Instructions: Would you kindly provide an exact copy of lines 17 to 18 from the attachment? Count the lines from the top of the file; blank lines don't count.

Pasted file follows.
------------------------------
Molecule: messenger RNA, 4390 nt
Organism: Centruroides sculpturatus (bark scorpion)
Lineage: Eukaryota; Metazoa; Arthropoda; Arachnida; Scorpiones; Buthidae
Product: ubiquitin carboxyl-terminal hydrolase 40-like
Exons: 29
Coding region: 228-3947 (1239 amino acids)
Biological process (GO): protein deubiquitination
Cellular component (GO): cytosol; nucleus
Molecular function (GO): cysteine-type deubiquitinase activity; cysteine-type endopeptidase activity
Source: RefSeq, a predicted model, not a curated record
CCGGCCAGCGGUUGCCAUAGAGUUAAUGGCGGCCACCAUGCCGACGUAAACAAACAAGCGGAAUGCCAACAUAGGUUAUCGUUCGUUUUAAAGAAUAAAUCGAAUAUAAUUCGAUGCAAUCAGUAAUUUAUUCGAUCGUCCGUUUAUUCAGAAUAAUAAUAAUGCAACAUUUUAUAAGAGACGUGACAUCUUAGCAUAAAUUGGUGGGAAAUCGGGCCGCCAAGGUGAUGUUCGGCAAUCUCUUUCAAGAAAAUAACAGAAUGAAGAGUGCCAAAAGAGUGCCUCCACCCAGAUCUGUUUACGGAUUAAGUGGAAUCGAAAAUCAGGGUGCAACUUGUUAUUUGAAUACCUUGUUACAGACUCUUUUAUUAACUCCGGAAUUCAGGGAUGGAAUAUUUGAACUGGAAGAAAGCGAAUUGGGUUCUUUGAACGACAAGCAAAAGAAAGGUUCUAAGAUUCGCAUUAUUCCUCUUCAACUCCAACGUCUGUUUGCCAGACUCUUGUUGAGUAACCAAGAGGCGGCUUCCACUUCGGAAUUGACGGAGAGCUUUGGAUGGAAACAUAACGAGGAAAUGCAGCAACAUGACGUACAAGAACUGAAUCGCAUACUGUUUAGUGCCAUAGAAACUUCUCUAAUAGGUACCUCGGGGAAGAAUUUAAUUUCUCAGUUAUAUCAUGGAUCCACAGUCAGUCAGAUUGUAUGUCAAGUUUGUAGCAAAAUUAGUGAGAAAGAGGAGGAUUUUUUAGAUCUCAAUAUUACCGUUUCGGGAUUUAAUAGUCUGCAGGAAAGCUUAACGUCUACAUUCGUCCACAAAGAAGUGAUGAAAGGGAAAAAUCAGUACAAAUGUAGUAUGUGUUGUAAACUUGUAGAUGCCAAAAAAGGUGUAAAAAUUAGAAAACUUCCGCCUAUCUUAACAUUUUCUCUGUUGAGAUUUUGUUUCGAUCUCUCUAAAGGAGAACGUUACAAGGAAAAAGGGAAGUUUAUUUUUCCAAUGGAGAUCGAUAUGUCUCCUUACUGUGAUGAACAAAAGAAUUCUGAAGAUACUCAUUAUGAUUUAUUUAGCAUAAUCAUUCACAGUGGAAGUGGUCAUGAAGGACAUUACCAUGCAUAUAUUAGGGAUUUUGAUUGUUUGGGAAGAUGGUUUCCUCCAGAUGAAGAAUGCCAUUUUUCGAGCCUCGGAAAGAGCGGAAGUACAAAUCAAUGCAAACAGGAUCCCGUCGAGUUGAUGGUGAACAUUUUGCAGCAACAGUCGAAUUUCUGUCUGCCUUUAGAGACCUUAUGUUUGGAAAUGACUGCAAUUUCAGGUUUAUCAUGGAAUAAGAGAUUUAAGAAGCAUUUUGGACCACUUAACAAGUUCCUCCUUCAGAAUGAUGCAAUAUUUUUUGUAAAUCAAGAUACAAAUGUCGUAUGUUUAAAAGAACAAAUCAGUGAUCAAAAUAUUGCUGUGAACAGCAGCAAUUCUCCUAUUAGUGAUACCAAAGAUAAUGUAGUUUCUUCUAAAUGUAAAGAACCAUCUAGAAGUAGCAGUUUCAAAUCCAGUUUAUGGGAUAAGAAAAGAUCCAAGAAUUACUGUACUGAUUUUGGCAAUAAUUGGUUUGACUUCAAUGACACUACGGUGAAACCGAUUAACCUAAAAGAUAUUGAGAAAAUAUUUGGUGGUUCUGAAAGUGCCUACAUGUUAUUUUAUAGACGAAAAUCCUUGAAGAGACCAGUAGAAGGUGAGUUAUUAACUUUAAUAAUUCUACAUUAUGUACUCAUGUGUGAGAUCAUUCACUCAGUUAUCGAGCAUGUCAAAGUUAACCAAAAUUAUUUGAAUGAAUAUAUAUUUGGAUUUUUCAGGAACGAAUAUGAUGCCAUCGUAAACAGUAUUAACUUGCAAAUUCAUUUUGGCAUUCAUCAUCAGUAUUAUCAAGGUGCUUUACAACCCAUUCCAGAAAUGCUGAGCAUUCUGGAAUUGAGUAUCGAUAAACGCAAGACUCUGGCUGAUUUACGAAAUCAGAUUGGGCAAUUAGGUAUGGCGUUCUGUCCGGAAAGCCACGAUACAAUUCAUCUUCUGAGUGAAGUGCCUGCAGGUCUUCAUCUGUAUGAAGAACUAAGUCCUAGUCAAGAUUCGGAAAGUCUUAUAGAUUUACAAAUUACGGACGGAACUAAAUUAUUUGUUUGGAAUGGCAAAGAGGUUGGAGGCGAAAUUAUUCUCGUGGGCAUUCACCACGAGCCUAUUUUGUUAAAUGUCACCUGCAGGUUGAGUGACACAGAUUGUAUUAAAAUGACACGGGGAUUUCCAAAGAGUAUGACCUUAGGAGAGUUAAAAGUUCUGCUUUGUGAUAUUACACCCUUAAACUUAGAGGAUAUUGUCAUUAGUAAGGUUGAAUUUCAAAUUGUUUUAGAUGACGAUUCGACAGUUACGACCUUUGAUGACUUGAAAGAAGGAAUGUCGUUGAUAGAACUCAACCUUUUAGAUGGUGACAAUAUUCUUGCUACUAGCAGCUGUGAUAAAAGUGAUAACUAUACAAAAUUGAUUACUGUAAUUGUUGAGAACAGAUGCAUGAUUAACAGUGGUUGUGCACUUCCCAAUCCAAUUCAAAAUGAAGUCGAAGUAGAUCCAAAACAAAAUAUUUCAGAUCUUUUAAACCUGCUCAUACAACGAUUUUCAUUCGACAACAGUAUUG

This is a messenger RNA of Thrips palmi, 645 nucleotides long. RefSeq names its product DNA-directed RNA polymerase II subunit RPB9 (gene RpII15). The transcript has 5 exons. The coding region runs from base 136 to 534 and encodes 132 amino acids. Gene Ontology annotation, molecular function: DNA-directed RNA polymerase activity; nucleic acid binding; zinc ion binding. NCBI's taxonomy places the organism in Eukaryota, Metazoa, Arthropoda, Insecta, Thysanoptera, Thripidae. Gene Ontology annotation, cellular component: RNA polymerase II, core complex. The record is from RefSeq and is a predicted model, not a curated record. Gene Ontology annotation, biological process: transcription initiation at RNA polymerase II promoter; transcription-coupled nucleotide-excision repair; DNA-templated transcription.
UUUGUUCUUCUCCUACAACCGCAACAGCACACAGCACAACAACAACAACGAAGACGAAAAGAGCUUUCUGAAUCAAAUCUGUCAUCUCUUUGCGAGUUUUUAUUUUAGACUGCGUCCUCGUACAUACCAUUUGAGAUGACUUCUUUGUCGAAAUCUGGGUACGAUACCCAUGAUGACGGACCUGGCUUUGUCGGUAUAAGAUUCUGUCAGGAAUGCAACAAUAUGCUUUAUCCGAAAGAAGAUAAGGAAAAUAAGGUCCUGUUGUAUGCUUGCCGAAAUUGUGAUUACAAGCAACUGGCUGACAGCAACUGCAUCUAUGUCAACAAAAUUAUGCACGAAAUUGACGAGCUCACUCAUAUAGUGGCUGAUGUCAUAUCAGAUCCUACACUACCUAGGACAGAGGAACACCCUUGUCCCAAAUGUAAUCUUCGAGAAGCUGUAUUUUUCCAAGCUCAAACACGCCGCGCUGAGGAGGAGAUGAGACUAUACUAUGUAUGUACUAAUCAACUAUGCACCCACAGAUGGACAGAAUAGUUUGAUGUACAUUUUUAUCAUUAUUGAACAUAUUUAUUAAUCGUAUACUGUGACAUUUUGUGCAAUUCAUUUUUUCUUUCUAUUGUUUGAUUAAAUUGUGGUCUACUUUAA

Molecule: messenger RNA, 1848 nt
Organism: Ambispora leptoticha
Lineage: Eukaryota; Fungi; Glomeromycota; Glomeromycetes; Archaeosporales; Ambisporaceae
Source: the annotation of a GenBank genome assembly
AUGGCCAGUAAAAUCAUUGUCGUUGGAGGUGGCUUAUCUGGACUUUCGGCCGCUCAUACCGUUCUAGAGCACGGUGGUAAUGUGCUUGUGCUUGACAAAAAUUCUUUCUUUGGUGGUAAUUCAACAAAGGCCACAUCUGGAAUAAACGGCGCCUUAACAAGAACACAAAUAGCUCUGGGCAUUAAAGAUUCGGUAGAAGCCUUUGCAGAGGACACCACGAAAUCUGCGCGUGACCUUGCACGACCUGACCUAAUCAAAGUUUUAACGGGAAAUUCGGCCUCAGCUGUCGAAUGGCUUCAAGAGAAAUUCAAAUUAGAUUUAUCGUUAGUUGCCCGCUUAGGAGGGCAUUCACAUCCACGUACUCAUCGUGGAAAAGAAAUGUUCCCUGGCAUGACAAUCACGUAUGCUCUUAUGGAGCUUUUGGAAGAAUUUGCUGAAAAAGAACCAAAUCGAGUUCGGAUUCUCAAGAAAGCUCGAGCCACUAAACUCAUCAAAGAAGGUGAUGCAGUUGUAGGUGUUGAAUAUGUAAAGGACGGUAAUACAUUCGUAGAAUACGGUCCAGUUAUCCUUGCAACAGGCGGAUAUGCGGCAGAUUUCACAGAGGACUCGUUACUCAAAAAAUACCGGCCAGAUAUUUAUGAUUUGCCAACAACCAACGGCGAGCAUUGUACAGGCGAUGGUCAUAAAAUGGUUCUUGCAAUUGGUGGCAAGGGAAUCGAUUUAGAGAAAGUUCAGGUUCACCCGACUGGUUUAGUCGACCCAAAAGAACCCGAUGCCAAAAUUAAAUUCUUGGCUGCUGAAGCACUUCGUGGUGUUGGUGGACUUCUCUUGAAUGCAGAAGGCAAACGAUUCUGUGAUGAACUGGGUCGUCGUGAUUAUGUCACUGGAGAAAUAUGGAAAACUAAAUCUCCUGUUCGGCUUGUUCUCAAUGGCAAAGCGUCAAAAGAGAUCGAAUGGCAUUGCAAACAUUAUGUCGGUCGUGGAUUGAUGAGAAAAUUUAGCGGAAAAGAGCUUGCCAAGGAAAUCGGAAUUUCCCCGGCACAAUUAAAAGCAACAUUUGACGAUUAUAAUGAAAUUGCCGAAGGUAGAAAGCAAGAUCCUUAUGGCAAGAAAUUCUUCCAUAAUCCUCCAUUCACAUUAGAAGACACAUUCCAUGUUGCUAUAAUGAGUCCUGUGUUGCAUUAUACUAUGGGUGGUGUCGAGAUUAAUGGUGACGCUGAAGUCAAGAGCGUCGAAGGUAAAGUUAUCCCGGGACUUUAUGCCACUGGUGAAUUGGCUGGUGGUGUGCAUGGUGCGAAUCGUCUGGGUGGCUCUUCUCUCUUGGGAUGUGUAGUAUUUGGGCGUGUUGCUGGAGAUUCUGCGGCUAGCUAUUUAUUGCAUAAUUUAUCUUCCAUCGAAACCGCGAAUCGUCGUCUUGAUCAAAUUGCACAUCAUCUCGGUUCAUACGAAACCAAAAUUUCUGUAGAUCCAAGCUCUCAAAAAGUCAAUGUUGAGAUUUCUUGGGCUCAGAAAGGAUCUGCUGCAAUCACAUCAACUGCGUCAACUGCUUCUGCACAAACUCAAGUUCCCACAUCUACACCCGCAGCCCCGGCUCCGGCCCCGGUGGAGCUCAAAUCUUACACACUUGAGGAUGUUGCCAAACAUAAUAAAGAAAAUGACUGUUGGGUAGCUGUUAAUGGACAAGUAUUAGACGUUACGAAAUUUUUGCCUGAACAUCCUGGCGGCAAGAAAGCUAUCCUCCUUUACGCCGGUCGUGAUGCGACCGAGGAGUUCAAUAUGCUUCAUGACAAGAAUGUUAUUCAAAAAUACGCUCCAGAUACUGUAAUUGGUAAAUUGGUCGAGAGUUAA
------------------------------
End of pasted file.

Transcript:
Source: the annotation of a GenBank genome assembly
AUGGCCAGUAAAAUCAUUGUCGUUGGAGGUGGCUUAUCUGGACUUUCGGCCGCUCAUACCGUUCUAGAGCACGGUGGUAAUGUGCUUGUGCUUGACAAAAAUUCUUUCUUUGGUGGUAAUUCAACAAAGGCCACAUCUGGAAUAAACGGCGCCUUAACAAGAACACAAAUAGCUCUGGGCAUUAAAGAUUCGGUAGAAGCCUUUGCAGAGGACACCACGAAAUCUGCGCGUGACCUUGCACGACCUGACCUAAUCAAAGUUUUAACGGGAAAUUCGGCCUCAGCUGUCGAAUGGCUUCAAGAGAAAUUCAAAUUAGAUUUAUCGUUAGUUGCCCGCUUAGGAGGGCAUUCACAUCCACGUACUCAUCGUGGAAAAGAAAUGUUCCCUGGCAUGACAAUCACGUAUGCUCUUAUGGAGCUUUUGGAAGAAUUUGCUGAAAAAGAACCAAAUCGAGUUCGGAUUCUCAAGAAAGCUCGAGCCACUAAACUCAUCAAAGAAGGUGAUGCAGUUGUAGGUGUUGAAUAUGUAAAGGACGGUAAUACAUUCGUAGAAUACGGUCCAGUUAUCCUUGCAACAGGCGGAUAUGCGGCAGAUUUCACAGAGGACUCGUUACUCAAAAAAUACCGGCCAGAUAUUUAUGAUUUGCCAACAACCAACGGCGAGCAUUGUACAGGCGAUGGUCAUAAAAUGGUUCUUGCAAUUGGUGGCAAGGGAAUCGAUUUAGAGAAAGUUCAGGUUCACCCGACUGGUUUAGUCGACCCAAAAGAACCCGAUGCCAAAAUUAAAUUCUUGGCUGCUGAAGCACUUCGUGGUGUUGGUGGACUUCUCUUGAAUGCAGAAGGCAAACGAUUCUGUGAUGAACUGGGUCGUCGUGAUUAUGUCACUGGAGAAAUAUGGAAAACUAAAUCUCCUGUUCGGCUUGUUCUCAAUGGCAAAGCGUCAAAAGAGAUCGAAUGGCAUUGCAAACAUUAUGUCGGUCGUGGAUUGAUGAGAAAAUUUAGCGGAAAAGAGCUUGCCAAGGAAAUCGGAAUUUCCCCGGCACAAUUAAAAGCAACAUUUGACGAUUAUAAUGAAAUUGCCGAAGGUAGAAAGCAAGAUCCUUAUGGCAAGAAAUUCUUCCAUAAUCCUCCAUUCACAUUAGAAGACACAUUCCAUGUUGCUAUAAUGAGUCCUGUGUUGCAUUAUACUAUGGGUGGUGUCGAGAUUAAUGGUGACGCUGAAGUCAAGAGCGUCGAAGGUAAAGUUAUCCCGGGACUUUAUGCCACUGGUGAAUUGGCUGGUGGUGUGCAUGGUGCGAAUCGUCUGGGUGGCUCUUCUCUCUUGGGAUGUGUAGUAUUUGGGCGUGUUGCUGGAGAUUCUGCGGCUAGCUAUUUAUUGCAUAAUUUAUCUUCCAUCGAAACCGCGAAUCGUCGUCUUGAUCAAAUUGCACAUCAUCUCGGUUCAUACGAAACCAAAAUUUCUGUAGAUCCAAGCUCUCAAAAAGUCAAUGUUGAGAUUUCUUGGGCUCAGAAAGGAUCUGCUGCAAUCACAUCAACUGCGUCAACUGCUUCUGCACAAACUCAAGUUCCCACAUCUACACCCGCAGCCCCGGCUCCGGCCCCGGUGGAGCUCAAAUCUUACACACUUGAGGAUGUUGCCAAACAUAAUAAAGAAAAUGACUGUUGGGUAGCUGUUAAUGGACAAGUAUUAGACGUUACGAAAUUUUUGCCUGAACAUCCUGGCGGCAAGAAAGCUAUCCUCCUUUACGCCGGUCGUGAUGCGACCGAGGAGUUCAAUAUGCUUCAUGACAAGAAUGUUAUUCAAAAAUACGCUCCAGAUACUGUAAUUGGUAAAUUGGUCGAGAGUUAA